How to care for bees

How to care for bees

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Caring for bees may seem simple to some - these are insects. The beekeeper doesn't have to do anything at all, only pump out honey at the end of summer. Someone will say that it is easier to deal with animals than an incomprehensible colony with its own laws and biorhythms. But in beekeeping, as in any business, there are pitfalls and secrets.

How to properly care for bees

For beginners, it may seem that caring for bees at home is easy: for the winter you need to insulate the hive, remove the insulation in the spring, sit relaxed on the porch with a cup of coffee in the summer, pump out honey in the fall and insulate the hive for the winter. In fact, the beekeeper has enough to do with the apiary, even if he drinks tea on the veranda in the evening.

For both the beekeeper and the green novice, each cycle of apiary care and honey production begins in early spring. For a beginner in the first year, it is better to purchase turnkey hives with ready-made families. Even if it costs more. Then you have to do it on your own.

Attention! Sometimes newcomers find it better to buy new families every year.

Experienced beekeepers say that such a policy is not profitable in the production of honey. The purchased families will be smaller and weaker than the "old", sprawling colonies. The amount of honey obtained directly depends on the size of the colonies.

Spring bee care

For those who are just starting the first cycle and have bought bee colonies already completely ready, and in new hives, care can begin closer to summer, when the queen flies around. If the second year of beekeeping has begun, the care of bees in the hives begins as soon as the temperature outside reaches + 8 ° C.

Spring care begins with replanting bees in a clean hive. To do this, the inhabited house is removed from the supports and set aside. A clean one is put in its place. The replacement hive does not have to be new, but it does need to be cleaned, scrubbed and disinfected.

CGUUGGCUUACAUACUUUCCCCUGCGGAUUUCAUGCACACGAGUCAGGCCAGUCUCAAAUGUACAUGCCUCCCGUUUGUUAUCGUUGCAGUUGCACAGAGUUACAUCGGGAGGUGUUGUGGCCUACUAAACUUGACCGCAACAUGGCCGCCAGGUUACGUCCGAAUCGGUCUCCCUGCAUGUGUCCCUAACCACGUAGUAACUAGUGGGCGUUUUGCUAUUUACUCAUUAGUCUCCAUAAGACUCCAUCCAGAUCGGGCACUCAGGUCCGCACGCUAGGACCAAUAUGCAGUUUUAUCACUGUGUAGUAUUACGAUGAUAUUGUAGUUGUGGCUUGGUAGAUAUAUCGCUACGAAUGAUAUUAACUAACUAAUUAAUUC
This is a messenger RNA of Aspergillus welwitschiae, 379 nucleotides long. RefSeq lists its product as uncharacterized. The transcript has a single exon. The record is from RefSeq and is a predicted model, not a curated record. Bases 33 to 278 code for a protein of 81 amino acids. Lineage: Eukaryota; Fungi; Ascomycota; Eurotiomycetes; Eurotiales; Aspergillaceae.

After that, a printed honey-feather frame, prepared in advance, is placed in the hive. After issuing the minimum ration, the old hive is opened and the condition of the frames is checked in it. They shake off the bees from the vomited and put such frames in a portable box. Unmatched and containing honey are transferred to a new hive. The filling of the new hive begins in the middle.

Important! The term "vomited" means exactly what comes to mind first.

Bees get stomach upset in winter. At best, it is not contagious, at worst, a viral disease of nosematosis. Due to the possible presence of a virus, the frames should be removed during spring care. Beekeepers, confident in the health of their bees, sometimes leave such limits. Coming out of their torpor, the bees will cleanse them themselves. But it's better not to risk it.

Next to the honey frame, put a printed honey-pepper and then a frame with brood. All other frames in the old hive are checked in the same way. Vast and moldy thrown away. After all the usable frames have been transferred to the new home, the total amount of honey is checked. If less than 8 kg, add honey unopened frames. After that, bees are transplanted into a clean hive. You don't have to worry about caring for transplanted families for a month.

Summer bee care